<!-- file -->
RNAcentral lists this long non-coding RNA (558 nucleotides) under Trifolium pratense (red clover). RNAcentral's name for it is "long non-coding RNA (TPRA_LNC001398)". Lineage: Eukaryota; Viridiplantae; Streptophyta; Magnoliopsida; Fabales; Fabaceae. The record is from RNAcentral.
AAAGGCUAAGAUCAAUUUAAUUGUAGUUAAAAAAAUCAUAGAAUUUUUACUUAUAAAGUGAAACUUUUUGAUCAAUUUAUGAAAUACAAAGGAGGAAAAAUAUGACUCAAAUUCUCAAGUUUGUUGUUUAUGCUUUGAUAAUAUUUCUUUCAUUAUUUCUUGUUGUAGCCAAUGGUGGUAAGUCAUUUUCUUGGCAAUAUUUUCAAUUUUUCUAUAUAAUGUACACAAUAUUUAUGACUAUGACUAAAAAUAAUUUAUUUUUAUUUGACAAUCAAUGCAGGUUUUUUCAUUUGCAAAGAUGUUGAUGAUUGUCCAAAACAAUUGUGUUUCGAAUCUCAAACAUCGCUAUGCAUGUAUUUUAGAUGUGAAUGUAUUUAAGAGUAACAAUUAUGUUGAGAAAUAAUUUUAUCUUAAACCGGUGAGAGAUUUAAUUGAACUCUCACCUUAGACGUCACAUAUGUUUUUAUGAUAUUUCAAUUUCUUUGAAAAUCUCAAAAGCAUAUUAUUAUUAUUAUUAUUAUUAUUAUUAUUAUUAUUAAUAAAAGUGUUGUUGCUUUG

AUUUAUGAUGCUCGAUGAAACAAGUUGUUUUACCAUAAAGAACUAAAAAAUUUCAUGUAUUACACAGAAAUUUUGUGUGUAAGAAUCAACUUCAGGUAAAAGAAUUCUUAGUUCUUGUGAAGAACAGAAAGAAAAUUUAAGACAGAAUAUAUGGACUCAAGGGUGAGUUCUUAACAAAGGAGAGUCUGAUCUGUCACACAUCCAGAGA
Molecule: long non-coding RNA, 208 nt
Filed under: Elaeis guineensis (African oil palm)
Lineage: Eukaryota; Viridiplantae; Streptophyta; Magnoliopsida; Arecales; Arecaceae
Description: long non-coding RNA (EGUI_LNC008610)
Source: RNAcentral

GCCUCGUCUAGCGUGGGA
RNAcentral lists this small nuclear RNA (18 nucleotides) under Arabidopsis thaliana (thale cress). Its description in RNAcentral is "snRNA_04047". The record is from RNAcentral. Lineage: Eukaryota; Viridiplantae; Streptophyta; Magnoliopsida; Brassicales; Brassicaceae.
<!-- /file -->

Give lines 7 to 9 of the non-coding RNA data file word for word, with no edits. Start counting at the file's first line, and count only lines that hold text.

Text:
Description: long non-coding RNA (EGUI_LNC008610)
Source: RNAcentral

GCCUCGUCUAGCGUGGGA